• A study entitled, “Supporting the Operationalization of Mahatma Gandhi NREGA in Khasi Hill, Megahlaya”, by Martin Luther Christian University has noted increase in cash flow at the household level during the month of employment under the Mahatma Gandhi NREGA and the increase in the cash flow ranged from 13 to 32%.
• A “Research study on changing gender relations through MGNREGS” in the states of Andhra Pradesh, Karnataka and Tamil Nadu done by NIRD Hyderabad stated that MGNREGS became primary source of income for one third of households. Household?s average income has increased significantly in all the three States, according to the study.
• A study entitled as “NREGA process and practices in Andhra Pradesh and Madhya Pradesh: Appraisal cum research study”, by Centre for Educational Research & Development stated that beneficiaries of the Scheme in both the States reported that the Scheme increased their income by more than one fourth.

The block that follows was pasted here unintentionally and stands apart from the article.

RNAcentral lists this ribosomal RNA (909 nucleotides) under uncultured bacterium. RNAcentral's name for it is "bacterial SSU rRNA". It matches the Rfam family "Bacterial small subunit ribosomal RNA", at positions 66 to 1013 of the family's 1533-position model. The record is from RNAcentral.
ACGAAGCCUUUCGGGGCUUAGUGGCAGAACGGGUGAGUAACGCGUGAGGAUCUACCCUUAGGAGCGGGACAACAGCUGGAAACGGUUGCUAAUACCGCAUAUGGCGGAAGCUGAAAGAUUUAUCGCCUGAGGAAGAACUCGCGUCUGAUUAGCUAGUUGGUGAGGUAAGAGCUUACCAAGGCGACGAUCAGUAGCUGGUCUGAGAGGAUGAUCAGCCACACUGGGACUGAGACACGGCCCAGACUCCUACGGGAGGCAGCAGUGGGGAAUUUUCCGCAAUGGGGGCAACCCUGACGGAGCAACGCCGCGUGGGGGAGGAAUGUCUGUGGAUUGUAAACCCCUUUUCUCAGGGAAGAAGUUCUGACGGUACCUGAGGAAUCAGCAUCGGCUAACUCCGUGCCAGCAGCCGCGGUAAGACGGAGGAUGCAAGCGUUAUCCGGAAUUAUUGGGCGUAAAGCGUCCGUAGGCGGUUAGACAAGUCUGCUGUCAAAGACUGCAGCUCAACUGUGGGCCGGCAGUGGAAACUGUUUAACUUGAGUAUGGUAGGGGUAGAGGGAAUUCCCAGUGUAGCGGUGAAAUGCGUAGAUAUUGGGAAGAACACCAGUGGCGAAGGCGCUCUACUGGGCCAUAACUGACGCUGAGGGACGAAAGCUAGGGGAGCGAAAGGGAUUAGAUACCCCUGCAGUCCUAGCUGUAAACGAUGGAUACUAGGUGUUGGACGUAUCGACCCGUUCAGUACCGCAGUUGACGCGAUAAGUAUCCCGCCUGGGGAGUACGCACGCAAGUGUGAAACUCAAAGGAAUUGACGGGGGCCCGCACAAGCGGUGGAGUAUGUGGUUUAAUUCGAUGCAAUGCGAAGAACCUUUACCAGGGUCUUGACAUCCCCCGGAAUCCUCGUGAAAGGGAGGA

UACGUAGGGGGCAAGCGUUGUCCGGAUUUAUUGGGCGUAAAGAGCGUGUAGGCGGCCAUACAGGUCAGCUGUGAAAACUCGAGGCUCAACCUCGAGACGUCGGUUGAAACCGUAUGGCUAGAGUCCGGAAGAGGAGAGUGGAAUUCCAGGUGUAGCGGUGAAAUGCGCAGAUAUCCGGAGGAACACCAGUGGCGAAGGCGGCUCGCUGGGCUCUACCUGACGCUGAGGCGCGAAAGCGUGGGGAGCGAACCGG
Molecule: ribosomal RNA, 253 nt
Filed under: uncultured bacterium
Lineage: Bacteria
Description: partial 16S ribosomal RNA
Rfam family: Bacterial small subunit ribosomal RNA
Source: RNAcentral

• A study entitled as “Concurrent Evaluation of National Rural Employment Guarantee Scheme in the State of Uttarakhand” by IIT Roorkee, conducted in the districts of Udham Singh Nagar and Chamoli found that the employment in the post-MGNREGS period had increased between 12 and 18 percent in both the districts.
• A study entitled, “Socio-Economic Impacts of Implementation of Mahatma Gandhi NREGA” by Council for Social Development in tribal areas of Chhattisgarh, Orissa, Jharkhand and Andhra Pradesh noted that the implementation of the Mahatma Gandhi NREGA has contributed in increasing the food security of the rural masses and a major portion of increased income earned through NREGA was spend on food consumption. The beneficiaries have been able to construct house on their own land due to additional income from Mahatma Gandhi NREGA work.
• A study on “Impact Assessment of NREGA in Bankura and Purba-Medinipur Districts of West Bengal” by IIT Kharagpur found that villagers consider Mahatma Gandhi NREGA a boon for improving rural livelihood. The availability of works within the village is an encouraging factor, especially for women.